So it’s back to Albion for Fable 3 and a lot has changed since we were last here. A Dickensian style industrial revolution is in full swing. However for all this modernity it’s still acceptable to wander round in a snazzy bearskin wielding a hammer the size of a phone box. Incidentally it’s also acceptable to wander round in full drag or even a chicken costume should you so wish. The world of Fable is certainly a world of contradictions, and that is at the heart of everything it does well and everything it does wrong.
Fable 3 is absolutely overflowing with brilliant and innovative ideas (like getting rid of menu screens completely and replacing them with a walk-in wardrobe type affair) but unfortunately many of them are under-developed or poorly implemented. There is also a shocking lack of polish in places for the third game in such a high profile series. Serious slowdown issues, dodgy camera angle and screen tearing are all present, and Albion is clearly set in a fictional land where lip syncing has yet to be discovered.
But it’s not all bad, in fact it’s mostly great, and for all of you who are unfamiliar with the Fable series it’s a particularly British fantasy RPG (although it’s actually pretty light on any actual RPG elements – especially in this new version) that is also very funny. Think Discworld meets Monty Python, it’s a game where you can fart on people’s heads, do chicken impressions, get sent on ridiculous quests, all set in a quirky yet beautifully rendered world. A brilliant script and stand out voice cast (John Cleese, Simon Pegg, Stephen Fry and even Jonathan Ross) also lend a real air of class to proceedings.
In this version of Fable you’re cast as the brother (or sister) of the King, who seems to be going a bit power mad. Events transpire and after some very tough choices you escape from the castle and set about starting the revolution. This is quite a lot of fun as you travel the world, completing tasks and collecting followers. There’s even a particularly enthralling mission where you travel to a far off land and things take a psychologically scary turn. Eventually after completing enough tasks, some of which are brilliantly inventive, while others are somewhat tedious, you lead the revolution and become King.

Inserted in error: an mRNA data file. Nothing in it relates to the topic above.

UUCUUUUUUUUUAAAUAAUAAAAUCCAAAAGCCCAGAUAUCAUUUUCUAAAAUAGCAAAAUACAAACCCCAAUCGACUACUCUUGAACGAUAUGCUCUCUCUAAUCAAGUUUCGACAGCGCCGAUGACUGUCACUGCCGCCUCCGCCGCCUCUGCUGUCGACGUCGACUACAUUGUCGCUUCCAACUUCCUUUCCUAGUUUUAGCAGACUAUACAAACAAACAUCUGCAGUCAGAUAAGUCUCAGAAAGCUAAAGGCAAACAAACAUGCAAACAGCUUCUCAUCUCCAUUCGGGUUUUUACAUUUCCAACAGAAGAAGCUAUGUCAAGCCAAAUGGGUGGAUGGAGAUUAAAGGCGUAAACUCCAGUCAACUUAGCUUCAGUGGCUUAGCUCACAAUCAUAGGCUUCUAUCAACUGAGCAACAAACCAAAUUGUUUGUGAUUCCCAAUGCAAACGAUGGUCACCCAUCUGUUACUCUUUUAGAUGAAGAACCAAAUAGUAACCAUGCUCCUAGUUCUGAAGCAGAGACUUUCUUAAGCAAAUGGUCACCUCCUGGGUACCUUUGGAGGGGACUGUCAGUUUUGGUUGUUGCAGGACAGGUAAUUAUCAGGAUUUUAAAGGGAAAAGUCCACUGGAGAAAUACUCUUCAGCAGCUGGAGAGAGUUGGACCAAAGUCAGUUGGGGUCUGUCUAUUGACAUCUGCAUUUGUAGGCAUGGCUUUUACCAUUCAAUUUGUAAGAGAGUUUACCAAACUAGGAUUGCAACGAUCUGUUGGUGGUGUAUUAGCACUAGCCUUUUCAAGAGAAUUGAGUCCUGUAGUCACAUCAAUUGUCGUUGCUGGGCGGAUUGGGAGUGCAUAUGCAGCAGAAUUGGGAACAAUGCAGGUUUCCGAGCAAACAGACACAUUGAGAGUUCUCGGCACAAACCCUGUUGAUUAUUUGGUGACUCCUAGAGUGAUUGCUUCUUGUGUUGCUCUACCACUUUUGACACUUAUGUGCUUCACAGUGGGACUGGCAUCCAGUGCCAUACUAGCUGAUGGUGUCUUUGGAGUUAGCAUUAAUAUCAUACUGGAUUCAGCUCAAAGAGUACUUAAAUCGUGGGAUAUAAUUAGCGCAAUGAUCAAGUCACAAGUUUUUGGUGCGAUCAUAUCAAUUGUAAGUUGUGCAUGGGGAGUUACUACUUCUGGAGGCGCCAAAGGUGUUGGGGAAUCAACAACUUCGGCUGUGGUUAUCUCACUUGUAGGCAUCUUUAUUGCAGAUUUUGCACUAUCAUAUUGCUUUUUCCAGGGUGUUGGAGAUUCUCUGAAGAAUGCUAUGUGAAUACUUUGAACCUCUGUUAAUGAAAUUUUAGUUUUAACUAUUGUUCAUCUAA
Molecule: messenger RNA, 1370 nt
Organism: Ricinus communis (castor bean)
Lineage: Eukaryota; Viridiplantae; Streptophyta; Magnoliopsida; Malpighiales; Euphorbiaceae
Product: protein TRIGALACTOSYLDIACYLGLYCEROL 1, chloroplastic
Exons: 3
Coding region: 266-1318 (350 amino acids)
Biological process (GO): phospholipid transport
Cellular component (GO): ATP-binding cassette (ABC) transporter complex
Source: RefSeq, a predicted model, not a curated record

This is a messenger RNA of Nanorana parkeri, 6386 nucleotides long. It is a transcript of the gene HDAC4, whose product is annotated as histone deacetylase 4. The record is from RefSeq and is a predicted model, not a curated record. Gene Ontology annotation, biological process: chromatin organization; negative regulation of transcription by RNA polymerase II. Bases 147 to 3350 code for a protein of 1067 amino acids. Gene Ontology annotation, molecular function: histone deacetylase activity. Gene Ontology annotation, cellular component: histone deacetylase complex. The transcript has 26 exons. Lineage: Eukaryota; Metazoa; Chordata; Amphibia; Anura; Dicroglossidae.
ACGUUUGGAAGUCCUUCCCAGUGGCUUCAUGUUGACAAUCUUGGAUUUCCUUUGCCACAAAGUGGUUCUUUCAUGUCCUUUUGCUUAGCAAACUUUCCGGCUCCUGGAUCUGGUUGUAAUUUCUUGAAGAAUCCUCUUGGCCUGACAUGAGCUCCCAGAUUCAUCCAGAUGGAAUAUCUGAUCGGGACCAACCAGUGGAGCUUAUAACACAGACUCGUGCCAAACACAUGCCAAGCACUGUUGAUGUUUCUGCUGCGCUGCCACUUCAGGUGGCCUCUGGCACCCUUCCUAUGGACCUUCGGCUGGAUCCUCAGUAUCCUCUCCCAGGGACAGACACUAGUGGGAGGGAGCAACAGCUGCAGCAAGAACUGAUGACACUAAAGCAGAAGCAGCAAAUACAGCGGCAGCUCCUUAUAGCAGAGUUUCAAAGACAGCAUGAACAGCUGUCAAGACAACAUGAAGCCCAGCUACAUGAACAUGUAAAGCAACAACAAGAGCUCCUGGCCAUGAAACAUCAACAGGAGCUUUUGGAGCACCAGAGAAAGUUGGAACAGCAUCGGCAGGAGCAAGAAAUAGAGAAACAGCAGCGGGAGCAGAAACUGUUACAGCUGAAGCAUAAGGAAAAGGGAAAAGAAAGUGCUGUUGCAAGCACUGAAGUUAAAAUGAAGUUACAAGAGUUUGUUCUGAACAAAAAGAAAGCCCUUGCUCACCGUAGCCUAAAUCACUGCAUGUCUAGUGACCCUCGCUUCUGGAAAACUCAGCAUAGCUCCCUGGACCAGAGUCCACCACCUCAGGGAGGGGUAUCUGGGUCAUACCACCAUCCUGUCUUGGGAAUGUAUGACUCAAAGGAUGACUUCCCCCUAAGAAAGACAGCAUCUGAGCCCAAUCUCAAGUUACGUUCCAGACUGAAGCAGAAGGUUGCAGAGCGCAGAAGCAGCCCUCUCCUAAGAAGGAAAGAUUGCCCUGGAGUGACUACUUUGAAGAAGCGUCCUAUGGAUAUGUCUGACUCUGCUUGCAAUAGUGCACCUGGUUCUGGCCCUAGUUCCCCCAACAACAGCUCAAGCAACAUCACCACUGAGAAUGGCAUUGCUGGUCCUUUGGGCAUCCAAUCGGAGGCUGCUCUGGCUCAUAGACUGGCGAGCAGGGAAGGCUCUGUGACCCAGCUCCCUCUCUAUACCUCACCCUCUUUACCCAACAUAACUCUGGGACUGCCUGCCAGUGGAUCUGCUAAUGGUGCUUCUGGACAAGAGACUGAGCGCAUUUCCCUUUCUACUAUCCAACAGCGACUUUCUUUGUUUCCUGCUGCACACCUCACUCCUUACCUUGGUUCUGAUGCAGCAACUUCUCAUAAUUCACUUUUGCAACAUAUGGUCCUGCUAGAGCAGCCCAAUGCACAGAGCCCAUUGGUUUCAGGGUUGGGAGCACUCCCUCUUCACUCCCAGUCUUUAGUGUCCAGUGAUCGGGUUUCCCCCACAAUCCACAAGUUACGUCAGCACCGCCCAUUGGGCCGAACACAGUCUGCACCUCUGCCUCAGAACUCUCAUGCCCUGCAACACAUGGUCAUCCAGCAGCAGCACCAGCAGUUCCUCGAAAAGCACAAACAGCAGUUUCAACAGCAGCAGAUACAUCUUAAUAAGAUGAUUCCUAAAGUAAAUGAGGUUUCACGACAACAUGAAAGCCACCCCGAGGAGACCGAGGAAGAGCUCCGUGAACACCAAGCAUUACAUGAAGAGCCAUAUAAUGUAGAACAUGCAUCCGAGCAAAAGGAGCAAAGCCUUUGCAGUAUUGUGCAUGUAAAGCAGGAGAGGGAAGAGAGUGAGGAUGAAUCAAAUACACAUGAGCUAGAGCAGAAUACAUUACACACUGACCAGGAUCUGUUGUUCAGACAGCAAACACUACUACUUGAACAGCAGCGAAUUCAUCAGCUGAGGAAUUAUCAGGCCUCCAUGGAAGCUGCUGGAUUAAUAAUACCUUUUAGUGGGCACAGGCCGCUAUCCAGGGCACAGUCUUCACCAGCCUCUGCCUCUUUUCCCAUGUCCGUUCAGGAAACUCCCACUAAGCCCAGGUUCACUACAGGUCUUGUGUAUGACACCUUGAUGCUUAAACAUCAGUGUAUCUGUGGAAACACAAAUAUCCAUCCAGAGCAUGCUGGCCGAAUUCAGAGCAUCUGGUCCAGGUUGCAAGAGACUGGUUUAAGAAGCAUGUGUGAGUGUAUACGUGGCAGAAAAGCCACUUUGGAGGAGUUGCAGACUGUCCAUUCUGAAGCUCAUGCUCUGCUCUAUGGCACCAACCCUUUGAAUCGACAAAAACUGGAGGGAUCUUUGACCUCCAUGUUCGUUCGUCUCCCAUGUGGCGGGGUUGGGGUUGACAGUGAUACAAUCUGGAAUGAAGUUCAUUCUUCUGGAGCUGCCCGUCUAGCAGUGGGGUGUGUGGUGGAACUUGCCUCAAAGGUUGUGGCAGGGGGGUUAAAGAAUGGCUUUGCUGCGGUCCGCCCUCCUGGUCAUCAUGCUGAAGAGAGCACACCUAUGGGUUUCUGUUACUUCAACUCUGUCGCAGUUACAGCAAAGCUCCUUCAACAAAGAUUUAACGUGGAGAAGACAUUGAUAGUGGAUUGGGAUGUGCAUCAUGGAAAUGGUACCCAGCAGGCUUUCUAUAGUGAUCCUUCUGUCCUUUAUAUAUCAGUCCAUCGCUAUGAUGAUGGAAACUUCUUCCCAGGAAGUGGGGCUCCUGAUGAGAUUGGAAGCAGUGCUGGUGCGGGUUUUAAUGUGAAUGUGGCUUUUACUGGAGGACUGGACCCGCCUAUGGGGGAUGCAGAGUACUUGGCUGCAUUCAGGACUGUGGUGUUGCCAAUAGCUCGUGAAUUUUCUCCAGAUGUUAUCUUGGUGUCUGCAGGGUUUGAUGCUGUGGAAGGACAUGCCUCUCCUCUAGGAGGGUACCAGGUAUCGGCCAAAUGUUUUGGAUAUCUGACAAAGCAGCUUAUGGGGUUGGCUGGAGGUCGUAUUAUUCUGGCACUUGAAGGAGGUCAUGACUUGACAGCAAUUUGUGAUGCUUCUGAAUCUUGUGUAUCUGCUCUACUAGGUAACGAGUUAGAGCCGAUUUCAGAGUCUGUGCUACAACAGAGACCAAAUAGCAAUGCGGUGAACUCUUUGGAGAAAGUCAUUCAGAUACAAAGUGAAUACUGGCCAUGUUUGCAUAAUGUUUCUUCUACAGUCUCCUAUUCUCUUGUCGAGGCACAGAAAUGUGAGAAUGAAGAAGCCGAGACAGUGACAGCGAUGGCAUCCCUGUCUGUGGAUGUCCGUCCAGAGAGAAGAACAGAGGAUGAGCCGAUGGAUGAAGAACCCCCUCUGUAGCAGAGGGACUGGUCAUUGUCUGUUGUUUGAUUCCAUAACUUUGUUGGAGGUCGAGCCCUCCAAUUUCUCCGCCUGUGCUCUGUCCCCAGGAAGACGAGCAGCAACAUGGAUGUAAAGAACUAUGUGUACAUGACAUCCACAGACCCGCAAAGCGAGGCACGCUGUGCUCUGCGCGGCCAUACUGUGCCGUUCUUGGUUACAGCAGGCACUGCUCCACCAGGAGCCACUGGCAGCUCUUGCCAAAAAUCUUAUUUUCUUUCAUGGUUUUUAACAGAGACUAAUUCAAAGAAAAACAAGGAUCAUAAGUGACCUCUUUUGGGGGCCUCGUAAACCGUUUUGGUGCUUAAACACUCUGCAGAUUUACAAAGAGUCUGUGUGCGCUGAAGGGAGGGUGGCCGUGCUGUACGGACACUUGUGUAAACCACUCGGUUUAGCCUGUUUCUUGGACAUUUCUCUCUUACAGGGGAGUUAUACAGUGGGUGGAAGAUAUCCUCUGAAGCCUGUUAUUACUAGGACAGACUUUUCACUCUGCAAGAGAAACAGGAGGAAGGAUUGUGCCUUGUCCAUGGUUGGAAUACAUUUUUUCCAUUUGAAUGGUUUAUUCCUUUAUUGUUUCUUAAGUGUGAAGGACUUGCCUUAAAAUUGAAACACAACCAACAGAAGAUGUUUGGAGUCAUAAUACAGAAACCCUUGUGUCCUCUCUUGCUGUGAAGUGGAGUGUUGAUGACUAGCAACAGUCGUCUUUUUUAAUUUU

Being the leader of Albion is the part of the game that has been really pushed in Fable III. The first thing you find out is that the treasury is in a pretty bad state and you’ve got some tricky decisions to make (sound familiar?). The right choice is always obvious, but can you afford to make it? Will you become a tyrannical leader like your brother or the benevolent monarch you promised all your followers you would be? This change in pace is an interesting development and works quite well but isn’t quite developed enough to work on any kind of Sim level.
There is a lot of fun to be had exploring and just tinkering around and you’ll often find yourself getting sidetracked from the main mission. On the surface Fable 3 seems to give you unlimited freedom but there is actually often little depth to a lot of the things on offer. You can talk to anyone in Albion, make friends with them, get married, have children, become a bigamist and marry someone else, or kill off your first partner and start again. This all sounds great fun, I wooed the town whore, threw a royal wedding, caught 3 STDs from her, then had a child. After a while I couldn’t be bothered to go and see them as I couldn’t remember which of the identi-kit houses I had bought for them to live in. I’m not sure if this says more about me or the game, but compared to something like Mass Effect the interactions are really underdeveloped and there is no real incentive to interact with anyone once you’ve got bored of farting on people’s heads, especially when you can’t even follow through by accident any more, unlike in the previous game.
In fact there have been a lot of things that seem to have been streamlined (or more accurately simplified) in this version. Combat is button mashing at its most basic and magic seems to overpower anything else, removing any element of challenge from anything other than the toughest battle. You don’t even need to explore properly as there is a glowing light always pointing you in the right direction. You’ve got a dog who (unless you are an insane animal lover) you’ll have no attachment for, who finds all the treasure items for you. There are no stats or leveling up, although you character and weapons do organically develop depending on your style of play. It really is RPG lite, and I’m not sure if this is an attempt to make it more accessible. It’s definitely more Lego Star Wars than Fallout 3, although that is not actually a bad thing, as long as it is what you were expecting.
All in all there is a lot wrong with Fable III, but it is still one of the most engaging and enjoyable game worlds around to immerse yourself in. The brilliant scripting and evocative scenery really pull you in. Some people have complained the game is too short, but I think if you rush through it you’re really missing the point. It’s the kind of game you think about as much when you’re not playing as when you are. Most importantly though it really will make you laugh, and there’s not many games that do that well. Now if they can just concentrate on ironing out those creases for Fable 4 we’d really have a game worth raving about. Fable 3 gets a very good 7 out of 10.
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